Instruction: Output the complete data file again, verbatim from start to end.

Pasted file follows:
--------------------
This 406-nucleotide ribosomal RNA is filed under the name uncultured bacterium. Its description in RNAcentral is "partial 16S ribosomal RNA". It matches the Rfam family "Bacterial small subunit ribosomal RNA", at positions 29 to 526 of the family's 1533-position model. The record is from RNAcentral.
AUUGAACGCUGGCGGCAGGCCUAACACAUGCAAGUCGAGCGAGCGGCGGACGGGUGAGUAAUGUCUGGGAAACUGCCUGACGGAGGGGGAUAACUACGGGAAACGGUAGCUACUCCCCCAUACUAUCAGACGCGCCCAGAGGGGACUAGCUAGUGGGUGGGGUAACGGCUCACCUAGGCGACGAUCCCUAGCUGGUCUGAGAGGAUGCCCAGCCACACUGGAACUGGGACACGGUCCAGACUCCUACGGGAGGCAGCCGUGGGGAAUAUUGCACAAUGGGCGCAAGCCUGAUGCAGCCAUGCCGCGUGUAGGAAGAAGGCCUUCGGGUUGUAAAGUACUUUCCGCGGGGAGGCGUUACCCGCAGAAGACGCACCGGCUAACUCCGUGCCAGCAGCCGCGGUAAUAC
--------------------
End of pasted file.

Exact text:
This 406-nucleotide ribosomal RNA is filed under the name uncultured bacterium. Its description in RNAcentral is "partial 16S ribosomal RNA". It matches the Rfam family "Bacterial small subunit ribosomal RNA", at positions 29 to 526 of the family's 1533-position model. The record is from RNAcentral.
AUUGAACGCUGGCGGCAGGCCUAACACAUGCAAGUCGAGCGAGCGGCGGACGGGUGAGUAAUGUCUGGGAAACUGCCUGACGGAGGGGGAUAACUACGGGAAACGGUAGCUACUCCCCCAUACUAUCAGACGCGCCCAGAGGGGACUAGCUAGUGGGUGGGGUAACGGCUCACCUAGGCGACGAUCCCUAGCUGGUCUGAGAGGAUGCCCAGCCACACUGGAACUGGGACACGGUCCAGACUCCUACGGGAGGCAGCCGUGGGGAAUAUUGCACAAUGGGCGCAAGCCUGAUGCAGCCAUGCCGCGUGUAGGAAGAAGGCCUUCGGGUUGUAAAGUACUUUCCGCGGGGAGGCGUUACCCGCAGAAGACGCACCGGCUAACUCCGUGCCAGCAGCCGCGGUAAUAC